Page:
1. Liquidity provision
Have you ever traded on a central exchange? All these exchanges operate with an order book mechanism. In other words, all buy/sell orders are placed in a central book. Someone comes along who is willing to trade their assets at the price you specify, and the trade is executed.
But what happens in a decentralized exchange? There is no central authority to manage the ledger. Moreover, people cannot be expected to ever exchange their assets with you.
Therefore, the industry invented the concept of liquidity pools. The concept is very simple. Some people pool their assets in a 1:1 ratio. Take for example a pool that allows users to trade ETH and USDT, each person can deposit equal amounts of ETH and USDT to maintain the balance of the pool and become a liquidity provider.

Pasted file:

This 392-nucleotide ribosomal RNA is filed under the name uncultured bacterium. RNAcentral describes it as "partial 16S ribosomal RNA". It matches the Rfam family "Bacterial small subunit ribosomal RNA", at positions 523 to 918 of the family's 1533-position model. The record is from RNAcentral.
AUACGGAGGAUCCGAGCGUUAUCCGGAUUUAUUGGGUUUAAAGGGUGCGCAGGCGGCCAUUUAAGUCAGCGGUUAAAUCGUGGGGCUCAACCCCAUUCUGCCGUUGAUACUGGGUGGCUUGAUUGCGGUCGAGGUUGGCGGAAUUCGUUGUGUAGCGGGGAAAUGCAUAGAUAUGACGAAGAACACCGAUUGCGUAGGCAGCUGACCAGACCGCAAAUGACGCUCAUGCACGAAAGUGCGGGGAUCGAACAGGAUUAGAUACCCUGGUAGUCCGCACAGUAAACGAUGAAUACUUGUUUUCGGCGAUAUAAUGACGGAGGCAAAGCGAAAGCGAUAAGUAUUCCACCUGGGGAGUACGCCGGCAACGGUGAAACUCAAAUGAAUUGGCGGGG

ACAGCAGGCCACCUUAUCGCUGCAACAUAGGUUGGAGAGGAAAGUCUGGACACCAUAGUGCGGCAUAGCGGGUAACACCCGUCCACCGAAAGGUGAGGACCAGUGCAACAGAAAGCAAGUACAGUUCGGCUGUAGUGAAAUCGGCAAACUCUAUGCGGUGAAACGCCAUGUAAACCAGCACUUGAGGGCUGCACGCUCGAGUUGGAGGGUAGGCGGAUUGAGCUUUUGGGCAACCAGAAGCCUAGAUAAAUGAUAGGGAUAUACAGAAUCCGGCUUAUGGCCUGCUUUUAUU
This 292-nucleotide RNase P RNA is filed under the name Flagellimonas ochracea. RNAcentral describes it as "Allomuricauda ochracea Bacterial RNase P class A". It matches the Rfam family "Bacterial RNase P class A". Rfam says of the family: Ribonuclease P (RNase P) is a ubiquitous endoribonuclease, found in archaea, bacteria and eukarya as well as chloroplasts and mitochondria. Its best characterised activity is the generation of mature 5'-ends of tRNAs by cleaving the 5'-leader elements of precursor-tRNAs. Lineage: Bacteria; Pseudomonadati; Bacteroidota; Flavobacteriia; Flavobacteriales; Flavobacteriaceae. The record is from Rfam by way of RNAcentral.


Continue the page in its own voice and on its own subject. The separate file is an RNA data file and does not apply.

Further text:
Now any trader can come and trade his ETH with USDT and vice versa.
But why should anyone offer liquidity to the protocol? This is where the breeding begins. You get a share of the commissions charged by the protocol. This fee depends on the percentage of money deposited. So if you deposit $100 into a pool with $1,000, you get 10% of the total commission.
This commission is usually paid through coupons from liquidity providers (LPs). Think of them as proof of deposit.
2. Borrowing and lending
Loans and mortgages are the backbone of any strong economy. In the traditional financial world, these loans are mainly made by banks with money deposited by people like you and me. They charge the borrower a percentage of the interest and pay us back by retaining a significant portion for themselves.